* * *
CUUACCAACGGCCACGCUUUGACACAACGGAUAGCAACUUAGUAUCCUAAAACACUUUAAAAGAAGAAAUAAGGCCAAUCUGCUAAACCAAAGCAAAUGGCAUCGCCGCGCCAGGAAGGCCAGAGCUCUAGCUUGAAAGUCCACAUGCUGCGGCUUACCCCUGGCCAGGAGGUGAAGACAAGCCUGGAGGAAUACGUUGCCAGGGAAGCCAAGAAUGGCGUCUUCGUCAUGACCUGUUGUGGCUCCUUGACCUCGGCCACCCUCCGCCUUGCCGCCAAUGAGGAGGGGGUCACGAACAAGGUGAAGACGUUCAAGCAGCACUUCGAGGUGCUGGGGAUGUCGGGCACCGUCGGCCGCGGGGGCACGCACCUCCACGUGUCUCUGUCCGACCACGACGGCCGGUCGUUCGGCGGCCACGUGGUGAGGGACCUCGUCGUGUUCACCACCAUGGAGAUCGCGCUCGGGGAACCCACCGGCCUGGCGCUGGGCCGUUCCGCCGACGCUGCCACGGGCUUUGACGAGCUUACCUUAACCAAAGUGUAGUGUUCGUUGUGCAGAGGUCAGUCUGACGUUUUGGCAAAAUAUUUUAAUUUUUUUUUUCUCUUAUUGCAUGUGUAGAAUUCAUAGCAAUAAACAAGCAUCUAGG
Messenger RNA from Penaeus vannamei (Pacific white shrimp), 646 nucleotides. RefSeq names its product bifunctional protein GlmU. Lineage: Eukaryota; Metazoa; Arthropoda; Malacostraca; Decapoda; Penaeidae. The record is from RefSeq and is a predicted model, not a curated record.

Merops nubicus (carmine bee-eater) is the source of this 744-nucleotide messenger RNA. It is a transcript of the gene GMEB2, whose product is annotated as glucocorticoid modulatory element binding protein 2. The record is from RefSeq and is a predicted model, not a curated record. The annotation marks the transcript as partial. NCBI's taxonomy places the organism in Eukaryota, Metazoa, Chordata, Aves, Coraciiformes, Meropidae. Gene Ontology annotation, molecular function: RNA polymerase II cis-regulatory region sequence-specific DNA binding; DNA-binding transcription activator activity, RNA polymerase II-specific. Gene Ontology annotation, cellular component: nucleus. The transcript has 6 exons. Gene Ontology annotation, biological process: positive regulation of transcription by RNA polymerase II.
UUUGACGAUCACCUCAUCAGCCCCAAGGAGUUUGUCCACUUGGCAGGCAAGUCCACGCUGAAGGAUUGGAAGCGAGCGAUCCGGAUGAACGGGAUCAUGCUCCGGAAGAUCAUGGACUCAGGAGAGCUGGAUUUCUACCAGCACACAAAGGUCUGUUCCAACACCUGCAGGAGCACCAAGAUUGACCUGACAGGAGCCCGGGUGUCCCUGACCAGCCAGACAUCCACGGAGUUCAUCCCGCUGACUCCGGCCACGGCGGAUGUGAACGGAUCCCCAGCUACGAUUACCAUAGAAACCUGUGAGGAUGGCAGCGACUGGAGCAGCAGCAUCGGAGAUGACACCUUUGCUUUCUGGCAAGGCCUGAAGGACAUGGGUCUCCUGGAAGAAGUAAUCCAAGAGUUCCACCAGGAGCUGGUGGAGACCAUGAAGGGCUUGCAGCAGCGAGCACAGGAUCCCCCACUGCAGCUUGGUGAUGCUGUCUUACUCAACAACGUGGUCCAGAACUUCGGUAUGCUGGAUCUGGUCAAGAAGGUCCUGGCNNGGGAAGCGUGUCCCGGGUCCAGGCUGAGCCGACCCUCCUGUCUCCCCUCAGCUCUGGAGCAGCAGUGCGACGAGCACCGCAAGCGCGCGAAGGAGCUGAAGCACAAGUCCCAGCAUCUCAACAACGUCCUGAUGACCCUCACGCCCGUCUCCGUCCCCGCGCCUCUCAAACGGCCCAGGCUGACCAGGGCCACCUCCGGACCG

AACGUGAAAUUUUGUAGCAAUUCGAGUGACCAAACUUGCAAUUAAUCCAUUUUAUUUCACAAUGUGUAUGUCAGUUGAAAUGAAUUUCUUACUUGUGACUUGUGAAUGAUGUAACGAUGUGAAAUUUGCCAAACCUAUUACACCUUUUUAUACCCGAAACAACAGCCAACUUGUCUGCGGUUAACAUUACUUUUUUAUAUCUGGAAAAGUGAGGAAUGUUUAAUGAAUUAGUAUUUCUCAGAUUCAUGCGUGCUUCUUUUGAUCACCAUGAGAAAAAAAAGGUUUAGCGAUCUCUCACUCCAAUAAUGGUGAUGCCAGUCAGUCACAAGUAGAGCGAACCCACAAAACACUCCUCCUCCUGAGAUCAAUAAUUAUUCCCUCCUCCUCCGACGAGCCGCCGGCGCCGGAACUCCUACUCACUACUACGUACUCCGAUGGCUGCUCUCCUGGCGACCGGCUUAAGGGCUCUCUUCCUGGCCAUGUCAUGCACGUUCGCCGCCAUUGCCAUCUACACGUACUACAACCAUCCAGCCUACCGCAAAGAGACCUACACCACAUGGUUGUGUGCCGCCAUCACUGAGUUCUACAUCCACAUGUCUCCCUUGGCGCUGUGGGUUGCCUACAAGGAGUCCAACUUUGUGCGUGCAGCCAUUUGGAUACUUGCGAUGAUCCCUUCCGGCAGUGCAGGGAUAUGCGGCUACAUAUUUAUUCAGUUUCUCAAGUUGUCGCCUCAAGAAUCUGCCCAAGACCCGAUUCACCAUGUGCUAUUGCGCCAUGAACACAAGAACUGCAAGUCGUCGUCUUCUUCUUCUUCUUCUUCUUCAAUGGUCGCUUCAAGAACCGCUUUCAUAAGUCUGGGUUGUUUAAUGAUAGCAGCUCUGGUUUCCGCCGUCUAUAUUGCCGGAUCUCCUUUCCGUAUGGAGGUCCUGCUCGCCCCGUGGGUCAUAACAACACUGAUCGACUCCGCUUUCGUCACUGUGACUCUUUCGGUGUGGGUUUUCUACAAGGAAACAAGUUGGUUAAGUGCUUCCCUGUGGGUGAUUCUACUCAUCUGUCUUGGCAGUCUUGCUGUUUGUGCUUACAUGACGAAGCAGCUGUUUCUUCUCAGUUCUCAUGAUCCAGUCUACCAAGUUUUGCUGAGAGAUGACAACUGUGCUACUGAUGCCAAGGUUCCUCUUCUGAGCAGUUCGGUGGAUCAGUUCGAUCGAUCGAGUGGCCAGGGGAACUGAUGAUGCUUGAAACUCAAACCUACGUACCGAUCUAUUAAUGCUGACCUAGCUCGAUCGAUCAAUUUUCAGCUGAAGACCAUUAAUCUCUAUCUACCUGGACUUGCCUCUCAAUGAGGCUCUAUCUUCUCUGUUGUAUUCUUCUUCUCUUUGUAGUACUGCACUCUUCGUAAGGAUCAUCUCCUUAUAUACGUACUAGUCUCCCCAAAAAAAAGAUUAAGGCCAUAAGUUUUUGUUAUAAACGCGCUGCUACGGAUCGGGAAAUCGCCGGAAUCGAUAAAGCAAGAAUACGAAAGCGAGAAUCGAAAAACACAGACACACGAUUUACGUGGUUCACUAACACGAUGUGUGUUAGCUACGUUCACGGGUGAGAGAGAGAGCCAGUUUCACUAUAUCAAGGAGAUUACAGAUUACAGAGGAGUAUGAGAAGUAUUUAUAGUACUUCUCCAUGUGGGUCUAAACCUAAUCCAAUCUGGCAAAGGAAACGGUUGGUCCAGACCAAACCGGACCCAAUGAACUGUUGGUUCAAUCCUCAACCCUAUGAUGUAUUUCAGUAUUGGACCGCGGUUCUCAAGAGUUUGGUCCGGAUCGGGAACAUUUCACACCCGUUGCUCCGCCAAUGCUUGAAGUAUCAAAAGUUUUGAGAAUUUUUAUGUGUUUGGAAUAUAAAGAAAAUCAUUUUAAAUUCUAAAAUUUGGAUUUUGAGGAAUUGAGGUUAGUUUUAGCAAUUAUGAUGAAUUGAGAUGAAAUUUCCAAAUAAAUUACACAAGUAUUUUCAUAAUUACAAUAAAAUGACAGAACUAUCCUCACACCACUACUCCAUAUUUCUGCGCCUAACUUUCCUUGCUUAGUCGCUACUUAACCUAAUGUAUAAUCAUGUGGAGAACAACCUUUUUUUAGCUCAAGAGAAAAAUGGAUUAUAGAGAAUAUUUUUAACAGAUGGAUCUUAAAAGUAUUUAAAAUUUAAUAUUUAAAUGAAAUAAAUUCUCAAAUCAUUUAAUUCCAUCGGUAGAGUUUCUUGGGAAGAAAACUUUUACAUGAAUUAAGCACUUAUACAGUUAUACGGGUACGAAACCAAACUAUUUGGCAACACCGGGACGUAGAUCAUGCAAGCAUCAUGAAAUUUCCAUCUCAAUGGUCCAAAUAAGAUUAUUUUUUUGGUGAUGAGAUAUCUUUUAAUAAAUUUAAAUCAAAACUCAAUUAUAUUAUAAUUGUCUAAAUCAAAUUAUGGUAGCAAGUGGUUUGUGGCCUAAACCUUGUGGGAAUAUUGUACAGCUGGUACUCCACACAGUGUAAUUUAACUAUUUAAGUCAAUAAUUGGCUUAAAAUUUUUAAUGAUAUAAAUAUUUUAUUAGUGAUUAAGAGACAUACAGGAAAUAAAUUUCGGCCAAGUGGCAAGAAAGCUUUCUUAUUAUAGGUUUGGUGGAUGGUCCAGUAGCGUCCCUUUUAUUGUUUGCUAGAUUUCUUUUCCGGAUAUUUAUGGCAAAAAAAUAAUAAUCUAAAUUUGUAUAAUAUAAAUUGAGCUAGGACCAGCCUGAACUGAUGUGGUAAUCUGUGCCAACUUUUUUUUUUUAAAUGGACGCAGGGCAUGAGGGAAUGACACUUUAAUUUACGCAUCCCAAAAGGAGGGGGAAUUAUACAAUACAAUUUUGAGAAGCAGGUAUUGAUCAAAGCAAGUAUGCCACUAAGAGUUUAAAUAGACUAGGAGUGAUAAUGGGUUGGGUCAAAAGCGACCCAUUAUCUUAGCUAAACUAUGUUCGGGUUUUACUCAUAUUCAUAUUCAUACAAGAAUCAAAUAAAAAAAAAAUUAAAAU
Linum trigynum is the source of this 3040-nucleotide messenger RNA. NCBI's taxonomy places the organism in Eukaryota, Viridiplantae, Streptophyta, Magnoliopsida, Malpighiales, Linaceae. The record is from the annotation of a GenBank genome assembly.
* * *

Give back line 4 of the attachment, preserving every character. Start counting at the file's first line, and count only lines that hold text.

UUUGACGAUCACCUCAUCAGCCCCAAGGAGUUUGUCCACUUGGCAGGCAAGUCCACGCUGAAGGAUUGGAAGCGAGCGAUCCGGAUGAACGGGAUCAUGCUCCGGAAGAUCAUGGACUCAGGAGAGCUGGAUUUCUACCAGCACACAAAGGUCUGUUCCAACACCUGCAGGAGCACCAAGAUUGACCUGACAGGAGCCCGGGUGUCCCUGACCAGCCAGACAUCCACGGAGUUCAUCCCGCUGACUCCGGCCACGGCGGAUGUGAACGGAUCCCCAGCUACGAUUACCAUAGAAACCUGUGAGGAUGGCAGCGACUGGAGCAGCAGCAUCGGAGAUGACACCUUUGCUUUCUGGCAAGGCCUGAAGGACAUGGGUCUCCUGGAAGAAGUAAUCCAAGAGUUCCACCAGGAGCUGGUGGAGACCAUGAAGGGCUUGCAGCAGCGAGCACAGGAUCCCCCACUGCAGCUUGGUGAUGCUGUCUUACUCAACAACGUGGUCCAGAACUUCGGUAUGCUGGAUCUGGUCAAGAAGGUCCUGGCNNGGGAAGCGUGUCCCGGGUCCAGGCUGAGCCGACCCUCCUGUCUCCCCUCAGCUCUGGAGCAGCAGUGCGACGAGCACCGCAAGCGCGCGAAGGAGCUGAAGCACAAGUCCCAGCAUCUCAACAACGUCCUGAUGACCCUCACGCCCGUCUCCGUCCCCGCGCCUCUCAAACGGCCCAGGCUGACCAGGGCCACCUCCGGACCG